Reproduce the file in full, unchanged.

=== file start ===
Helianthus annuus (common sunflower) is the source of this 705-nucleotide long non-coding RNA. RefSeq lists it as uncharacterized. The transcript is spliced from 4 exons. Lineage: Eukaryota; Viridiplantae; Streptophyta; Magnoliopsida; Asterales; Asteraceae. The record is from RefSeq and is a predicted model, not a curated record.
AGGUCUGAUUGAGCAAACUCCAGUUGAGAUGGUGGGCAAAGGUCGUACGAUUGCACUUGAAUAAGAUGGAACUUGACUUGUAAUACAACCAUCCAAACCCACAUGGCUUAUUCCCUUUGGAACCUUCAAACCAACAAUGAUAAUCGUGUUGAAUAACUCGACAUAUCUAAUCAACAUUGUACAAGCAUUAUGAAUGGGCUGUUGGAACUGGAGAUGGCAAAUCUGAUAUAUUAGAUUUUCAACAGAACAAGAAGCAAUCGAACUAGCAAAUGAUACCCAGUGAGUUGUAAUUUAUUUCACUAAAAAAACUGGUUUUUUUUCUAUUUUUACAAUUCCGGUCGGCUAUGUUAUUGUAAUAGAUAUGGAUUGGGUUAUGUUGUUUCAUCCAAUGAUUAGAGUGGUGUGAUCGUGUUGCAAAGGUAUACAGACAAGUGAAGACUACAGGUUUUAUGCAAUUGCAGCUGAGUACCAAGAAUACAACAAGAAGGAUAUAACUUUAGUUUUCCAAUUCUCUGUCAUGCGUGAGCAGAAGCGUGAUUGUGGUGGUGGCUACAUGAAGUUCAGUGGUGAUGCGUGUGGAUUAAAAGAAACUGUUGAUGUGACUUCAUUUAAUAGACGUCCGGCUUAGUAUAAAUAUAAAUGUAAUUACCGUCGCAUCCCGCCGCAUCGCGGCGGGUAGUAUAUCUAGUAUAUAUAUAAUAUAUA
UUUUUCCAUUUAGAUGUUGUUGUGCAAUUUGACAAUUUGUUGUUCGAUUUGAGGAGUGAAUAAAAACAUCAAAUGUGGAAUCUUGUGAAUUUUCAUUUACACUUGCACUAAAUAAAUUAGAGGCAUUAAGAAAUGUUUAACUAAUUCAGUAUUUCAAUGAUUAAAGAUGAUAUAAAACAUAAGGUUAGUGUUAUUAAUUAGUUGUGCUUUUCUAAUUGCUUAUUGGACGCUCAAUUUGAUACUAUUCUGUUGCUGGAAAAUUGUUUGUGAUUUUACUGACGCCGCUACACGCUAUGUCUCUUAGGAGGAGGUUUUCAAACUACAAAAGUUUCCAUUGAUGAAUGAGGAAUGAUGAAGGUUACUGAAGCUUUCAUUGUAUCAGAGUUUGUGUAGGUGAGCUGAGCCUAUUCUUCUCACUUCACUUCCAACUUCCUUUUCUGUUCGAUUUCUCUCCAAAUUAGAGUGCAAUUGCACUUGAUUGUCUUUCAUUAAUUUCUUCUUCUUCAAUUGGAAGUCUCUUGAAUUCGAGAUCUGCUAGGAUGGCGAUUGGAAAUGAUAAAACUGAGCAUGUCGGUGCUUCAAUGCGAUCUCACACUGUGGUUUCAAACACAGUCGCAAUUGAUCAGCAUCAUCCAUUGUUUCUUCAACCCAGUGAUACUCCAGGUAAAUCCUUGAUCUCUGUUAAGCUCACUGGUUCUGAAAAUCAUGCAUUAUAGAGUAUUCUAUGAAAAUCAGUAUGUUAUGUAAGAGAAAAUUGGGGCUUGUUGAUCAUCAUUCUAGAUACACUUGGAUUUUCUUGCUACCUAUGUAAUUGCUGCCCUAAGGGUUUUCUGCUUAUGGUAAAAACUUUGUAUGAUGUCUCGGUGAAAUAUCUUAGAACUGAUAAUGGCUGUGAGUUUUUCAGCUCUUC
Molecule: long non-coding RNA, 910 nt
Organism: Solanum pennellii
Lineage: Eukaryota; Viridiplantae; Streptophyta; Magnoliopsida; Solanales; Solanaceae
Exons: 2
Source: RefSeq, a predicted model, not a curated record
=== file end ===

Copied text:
Helianthus annuus (common sunflower) is the source of this 705-nucleotide long non-coding RNA. RefSeq lists it as uncharacterized. The transcript is spliced from 4 exons. Lineage: Eukaryota; Viridiplantae; Streptophyta; Magnoliopsida; Asterales; Asteraceae. The record is from RefSeq and is a predicted model, not a curated record.
AGGUCUGAUUGAGCAAACUCCAGUUGAGAUGGUGGGCAAAGGUCGUACGAUUGCACUUGAAUAAGAUGGAACUUGACUUGUAAUACAACCAUCCAAACCCACAUGGCUUAUUCCCUUUGGAACCUUCAAACCAACAAUGAUAAUCGUGUUGAAUAACUCGACAUAUCUAAUCAACAUUGUACAAGCAUUAUGAAUGGGCUGUUGGAACUGGAGAUGGCAAAUCUGAUAUAUUAGAUUUUCAACAGAACAAGAAGCAAUCGAACUAGCAAAUGAUACCCAGUGAGUUGUAAUUUAUUUCACUAAAAAAACUGGUUUUUUUUCUAUUUUUACAAUUCCGGUCGGCUAUGUUAUUGUAAUAGAUAUGGAUUGGGUUAUGUUGUUUCAUCCAAUGAUUAGAGUGGUGUGAUCGUGUUGCAAAGGUAUACAGACAAGUGAAGACUACAGGUUUUAUGCAAUUGCAGCUGAGUACCAAGAAUACAACAAGAAGGAUAUAACUUUAGUUUUCCAAUUCUCUGUCAUGCGUGAGCAGAAGCGUGAUUGUGGUGGUGGCUACAUGAAGUUCAGUGGUGAUGCGUGUGGAUUAAAAGAAACUGUUGAUGUGACUUCAUUUAAUAGACGUCCGGCUUAGUAUAAAUAUAAAUGUAAUUACCGUCGCAUCCCGCCGCAUCGCGGCGGGUAGUAUAUCUAGUAUAUAUAUAAUAUAUA
UUUUUCCAUUUAGAUGUUGUUGUGCAAUUUGACAAUUUGUUGUUCGAUUUGAGGAGUGAAUAAAAACAUCAAAUGUGGAAUCUUGUGAAUUUUCAUUUACACUUGCACUAAAUAAAUUAGAGGCAUUAAGAAAUGUUUAACUAAUUCAGUAUUUCAAUGAUUAAAGAUGAUAUAAAACAUAAGGUUAGUGUUAUUAAUUAGUUGUGCUUUUCUAAUUGCUUAUUGGACGCUCAAUUUGAUACUAUUCUGUUGCUGGAAAAUUGUUUGUGAUUUUACUGACGCCGCUACACGCUAUGUCUCUUAGGAGGAGGUUUUCAAACUACAAAAGUUUCCAUUGAUGAAUGAGGAAUGAUGAAGGUUACUGAAGCUUUCAUUGUAUCAGAGUUUGUGUAGGUGAGCUGAGCCUAUUCUUCUCACUUCACUUCCAACUUCCUUUUCUGUUCGAUUUCUCUCCAAAUUAGAGUGCAAUUGCACUUGAUUGUCUUUCAUUAAUUUCUUCUUCUUCAAUUGGAAGUCUCUUGAAUUCGAGAUCUGCUAGGAUGGCGAUUGGAAAUGAUAAAACUGAGCAUGUCGGUGCUUCAAUGCGAUCUCACACUGUGGUUUCAAACACAGUCGCAAUUGAUCAGCAUCAUCCAUUGUUUCUUCAACCCAGUGAUACUCCAGGUAAAUCCUUGAUCUCUGUUAAGCUCACUGGUUCUGAAAAUCAUGCAUUAUAGAGUAUUCUAUGAAAAUCAGUAUGUUAUGUAAGAGAAAAUUGGGGCUUGUUGAUCAUCAUUCUAGAUACACUUGGAUUUUCUUGCUACCUAUGUAAUUGCUGCCCUAAGGGUUUUCUGCUUAUGGUAAAAACUUUGUAUGAUGUCUCGGUGAAAUAUCUUAGAACUGAUAAUGGCUGUGAGUUUUUCAGCUCUUC
Molecule: long non-coding RNA, 910 nt
Organism: Solanum pennellii
Lineage: Eukaryota; Viridiplantae; Streptophyta; Magnoliopsida; Solanales; Solanaceae
Exons: 2
Source: RefSeq, a predicted model, not a curated record